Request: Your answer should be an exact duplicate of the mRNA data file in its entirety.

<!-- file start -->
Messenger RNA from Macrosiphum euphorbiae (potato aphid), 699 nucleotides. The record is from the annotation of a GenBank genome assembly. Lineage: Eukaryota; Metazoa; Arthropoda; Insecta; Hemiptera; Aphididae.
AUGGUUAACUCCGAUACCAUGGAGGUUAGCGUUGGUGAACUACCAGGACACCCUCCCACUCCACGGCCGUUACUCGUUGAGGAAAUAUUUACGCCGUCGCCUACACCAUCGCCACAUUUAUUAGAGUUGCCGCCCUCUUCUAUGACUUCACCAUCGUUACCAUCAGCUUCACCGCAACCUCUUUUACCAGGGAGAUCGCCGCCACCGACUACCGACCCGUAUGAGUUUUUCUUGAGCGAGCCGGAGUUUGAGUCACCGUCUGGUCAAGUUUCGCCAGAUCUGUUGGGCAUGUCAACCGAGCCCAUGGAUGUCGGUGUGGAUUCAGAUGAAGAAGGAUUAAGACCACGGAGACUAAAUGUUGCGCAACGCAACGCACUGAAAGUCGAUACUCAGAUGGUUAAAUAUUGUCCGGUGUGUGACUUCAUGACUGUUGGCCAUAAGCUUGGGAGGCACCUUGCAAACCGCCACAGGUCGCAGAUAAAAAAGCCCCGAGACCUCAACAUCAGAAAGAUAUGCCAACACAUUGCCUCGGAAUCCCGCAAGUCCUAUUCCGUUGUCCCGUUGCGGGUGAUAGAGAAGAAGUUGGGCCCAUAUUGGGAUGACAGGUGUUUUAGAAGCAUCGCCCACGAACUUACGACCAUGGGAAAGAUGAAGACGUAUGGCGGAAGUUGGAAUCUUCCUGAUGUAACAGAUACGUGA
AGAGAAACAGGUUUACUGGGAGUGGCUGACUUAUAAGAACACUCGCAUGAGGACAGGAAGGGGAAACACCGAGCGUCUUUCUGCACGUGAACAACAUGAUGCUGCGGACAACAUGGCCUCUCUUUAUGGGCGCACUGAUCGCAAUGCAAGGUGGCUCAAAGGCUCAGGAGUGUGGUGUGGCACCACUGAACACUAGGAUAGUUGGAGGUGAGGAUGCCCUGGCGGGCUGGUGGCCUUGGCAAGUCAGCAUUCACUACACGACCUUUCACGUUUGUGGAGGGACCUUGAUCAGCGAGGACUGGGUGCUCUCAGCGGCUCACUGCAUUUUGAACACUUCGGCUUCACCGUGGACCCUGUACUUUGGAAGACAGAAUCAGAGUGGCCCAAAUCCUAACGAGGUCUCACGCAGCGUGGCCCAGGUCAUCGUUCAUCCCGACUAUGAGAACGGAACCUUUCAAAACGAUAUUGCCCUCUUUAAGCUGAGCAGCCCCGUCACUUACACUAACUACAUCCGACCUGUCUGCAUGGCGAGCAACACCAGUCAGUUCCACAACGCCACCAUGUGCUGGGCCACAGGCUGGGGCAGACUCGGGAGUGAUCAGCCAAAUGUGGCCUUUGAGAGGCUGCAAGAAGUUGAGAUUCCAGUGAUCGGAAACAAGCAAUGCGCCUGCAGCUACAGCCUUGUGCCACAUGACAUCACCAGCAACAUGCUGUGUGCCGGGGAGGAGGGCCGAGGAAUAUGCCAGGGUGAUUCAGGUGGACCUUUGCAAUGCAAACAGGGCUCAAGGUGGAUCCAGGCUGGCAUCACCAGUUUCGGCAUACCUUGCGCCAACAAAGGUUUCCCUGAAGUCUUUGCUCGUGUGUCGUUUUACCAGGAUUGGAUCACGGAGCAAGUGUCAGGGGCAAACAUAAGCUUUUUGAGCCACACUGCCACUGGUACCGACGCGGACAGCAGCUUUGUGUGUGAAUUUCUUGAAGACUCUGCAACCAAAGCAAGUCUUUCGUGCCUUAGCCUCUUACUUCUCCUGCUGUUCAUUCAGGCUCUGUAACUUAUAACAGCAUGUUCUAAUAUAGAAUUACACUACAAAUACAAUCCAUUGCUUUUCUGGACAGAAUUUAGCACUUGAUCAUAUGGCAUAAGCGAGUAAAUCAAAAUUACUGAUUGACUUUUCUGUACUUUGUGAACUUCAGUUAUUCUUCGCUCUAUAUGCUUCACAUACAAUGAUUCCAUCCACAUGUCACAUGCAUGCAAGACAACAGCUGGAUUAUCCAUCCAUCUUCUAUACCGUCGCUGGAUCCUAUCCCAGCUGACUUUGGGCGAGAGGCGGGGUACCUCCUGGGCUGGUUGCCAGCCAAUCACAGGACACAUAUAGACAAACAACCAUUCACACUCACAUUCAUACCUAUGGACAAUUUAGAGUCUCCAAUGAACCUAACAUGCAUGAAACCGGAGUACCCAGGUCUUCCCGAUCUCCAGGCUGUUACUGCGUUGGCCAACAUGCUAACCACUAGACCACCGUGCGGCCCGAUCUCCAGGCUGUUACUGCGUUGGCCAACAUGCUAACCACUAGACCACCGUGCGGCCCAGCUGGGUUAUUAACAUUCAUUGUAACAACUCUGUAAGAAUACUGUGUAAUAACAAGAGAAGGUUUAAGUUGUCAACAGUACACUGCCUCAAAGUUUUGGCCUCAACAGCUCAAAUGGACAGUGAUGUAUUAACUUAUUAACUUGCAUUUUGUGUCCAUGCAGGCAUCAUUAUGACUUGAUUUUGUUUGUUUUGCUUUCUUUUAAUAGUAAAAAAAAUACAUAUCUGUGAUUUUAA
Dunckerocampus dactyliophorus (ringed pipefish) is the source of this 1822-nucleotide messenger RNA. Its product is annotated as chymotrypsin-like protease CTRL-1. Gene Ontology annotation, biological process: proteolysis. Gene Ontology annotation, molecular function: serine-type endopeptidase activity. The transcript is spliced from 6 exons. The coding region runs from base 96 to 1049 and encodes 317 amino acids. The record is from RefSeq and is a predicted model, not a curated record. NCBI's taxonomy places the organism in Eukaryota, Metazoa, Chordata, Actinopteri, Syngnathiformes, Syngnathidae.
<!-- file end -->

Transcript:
Messenger RNA from Macrosiphum euphorbiae (potato aphid), 699 nucleotides. The record is from the annotation of a GenBank genome assembly. Lineage: Eukaryota; Metazoa; Arthropoda; Insecta; Hemiptera; Aphididae.
AUGGUUAACUCCGAUACCAUGGAGGUUAGCGUUGGUGAACUACCAGGACACCCUCCCACUCCACGGCCGUUACUCGUUGAGGAAAUAUUUACGCCGUCGCCUACACCAUCGCCACAUUUAUUAGAGUUGCCGCCCUCUUCUAUGACUUCACCAUCGUUACCAUCAGCUUCACCGCAACCUCUUUUACCAGGGAGAUCGCCGCCACCGACUACCGACCCGUAUGAGUUUUUCUUGAGCGAGCCGGAGUUUGAGUCACCGUCUGGUCAAGUUUCGCCAGAUCUGUUGGGCAUGUCAACCGAGCCCAUGGAUGUCGGUGUGGAUUCAGAUGAAGAAGGAUUAAGACCACGGAGACUAAAUGUUGCGCAACGCAACGCACUGAAAGUCGAUACUCAGAUGGUUAAAUAUUGUCCGGUGUGUGACUUCAUGACUGUUGGCCAUAAGCUUGGGAGGCACCUUGCAAACCGCCACAGGUCGCAGAUAAAAAAGCCCCGAGACCUCAACAUCAGAAAGAUAUGCCAACACAUUGCCUCGGAAUCCCGCAAGUCCUAUUCCGUUGUCCCGUUGCGGGUGAUAGAGAAGAAGUUGGGCCCAUAUUGGGAUGACAGGUGUUUUAGAAGCAUCGCCCACGAACUUACGACCAUGGGAAAGAUGAAGACGUAUGGCGGAAGUUGGAAUCUUCCUGAUGUAACAGAUACGUGA
AGAGAAACAGGUUUACUGGGAGUGGCUGACUUAUAAGAACACUCGCAUGAGGACAGGAAGGGGAAACACCGAGCGUCUUUCUGCACGUGAACAACAUGAUGCUGCGGACAACAUGGCCUCUCUUUAUGGGCGCACUGAUCGCAAUGCAAGGUGGCUCAAAGGCUCAGGAGUGUGGUGUGGCACCACUGAACACUAGGAUAGUUGGAGGUGAGGAUGCCCUGGCGGGCUGGUGGCCUUGGCAAGUCAGCAUUCACUACACGACCUUUCACGUUUGUGGAGGGACCUUGAUCAGCGAGGACUGGGUGCUCUCAGCGGCUCACUGCAUUUUGAACACUUCGGCUUCACCGUGGACCCUGUACUUUGGAAGACAGAAUCAGAGUGGCCCAAAUCCUAACGAGGUCUCACGCAGCGUGGCCCAGGUCAUCGUUCAUCCCGACUAUGAGAACGGAACCUUUCAAAACGAUAUUGCCCUCUUUAAGCUGAGCAGCCCCGUCACUUACACUAACUACAUCCGACCUGUCUGCAUGGCGAGCAACACCAGUCAGUUCCACAACGCCACCAUGUGCUGGGCCACAGGCUGGGGCAGACUCGGGAGUGAUCAGCCAAAUGUGGCCUUUGAGAGGCUGCAAGAAGUUGAGAUUCCAGUGAUCGGAAACAAGCAAUGCGCCUGCAGCUACAGCCUUGUGCCACAUGACAUCACCAGCAACAUGCUGUGUGCCGGGGAGGAGGGCCGAGGAAUAUGCCAGGGUGAUUCAGGUGGACCUUUGCAAUGCAAACAGGGCUCAAGGUGGAUCCAGGCUGGCAUCACCAGUUUCGGCAUACCUUGCGCCAACAAAGGUUUCCCUGAAGUCUUUGCUCGUGUGUCGUUUUACCAGGAUUGGAUCACGGAGCAAGUGUCAGGGGCAAACAUAAGCUUUUUGAGCCACACUGCCACUGGUACCGACGCGGACAGCAGCUUUGUGUGUGAAUUUCUUGAAGACUCUGCAACCAAAGCAAGUCUUUCGUGCCUUAGCCUCUUACUUCUCCUGCUGUUCAUUCAGGCUCUGUAACUUAUAACAGCAUGUUCUAAUAUAGAAUUACACUACAAAUACAAUCCAUUGCUUUUCUGGACAGAAUUUAGCACUUGAUCAUAUGGCAUAAGCGAGUAAAUCAAAAUUACUGAUUGACUUUUCUGUACUUUGUGAACUUCAGUUAUUCUUCGCUCUAUAUGCUUCACAUACAAUGAUUCCAUCCACAUGUCACAUGCAUGCAAGACAACAGCUGGAUUAUCCAUCCAUCUUCUAUACCGUCGCUGGAUCCUAUCCCAGCUGACUUUGGGCGAGAGGCGGGGUACCUCCUGGGCUGGUUGCCAGCCAAUCACAGGACACAUAUAGACAAACAACCAUUCACACUCACAUUCAUACCUAUGGACAAUUUAGAGUCUCCAAUGAACCUAACAUGCAUGAAACCGGAGUACCCAGGUCUUCCCGAUCUCCAGGCUGUUACUGCGUUGGCCAACAUGCUAACCACUAGACCACCGUGCGGCCCGAUCUCCAGGCUGUUACUGCGUUGGCCAACAUGCUAACCACUAGACCACCGUGCGGCCCAGCUGGGUUAUUAACAUUCAUUGUAACAACUCUGUAAGAAUACUGUGUAAUAACAAGAGAAGGUUUAAGUUGUCAACAGUACACUGCCUCAAAGUUUUGGCCUCAACAGCUCAAAUGGACAGUGAUGUAUUAACUUAUUAACUUGCAUUUUGUGUCCAUGCAGGCAUCAUUAUGACUUGAUUUUGUUUGUUUUGCUUUCUUUUAAUAGUAAAAAAAAUACAUAUCUGUGAUUUUAA
Dunckerocampus dactyliophorus (ringed pipefish) is the source of this 1822-nucleotide messenger RNA. Its product is annotated as chymotrypsin-like protease CTRL-1. Gene Ontology annotation, biological process: proteolysis. Gene Ontology annotation, molecular function: serine-type endopeptidase activity. The transcript is spliced from 6 exons. The coding region runs from base 96 to 1049 and encodes 317 amino acids. The record is from RefSeq and is a predicted model, not a curated record. NCBI's taxonomy places the organism in Eukaryota, Metazoa, Chordata, Actinopteri, Syngnathiformes, Syngnathidae.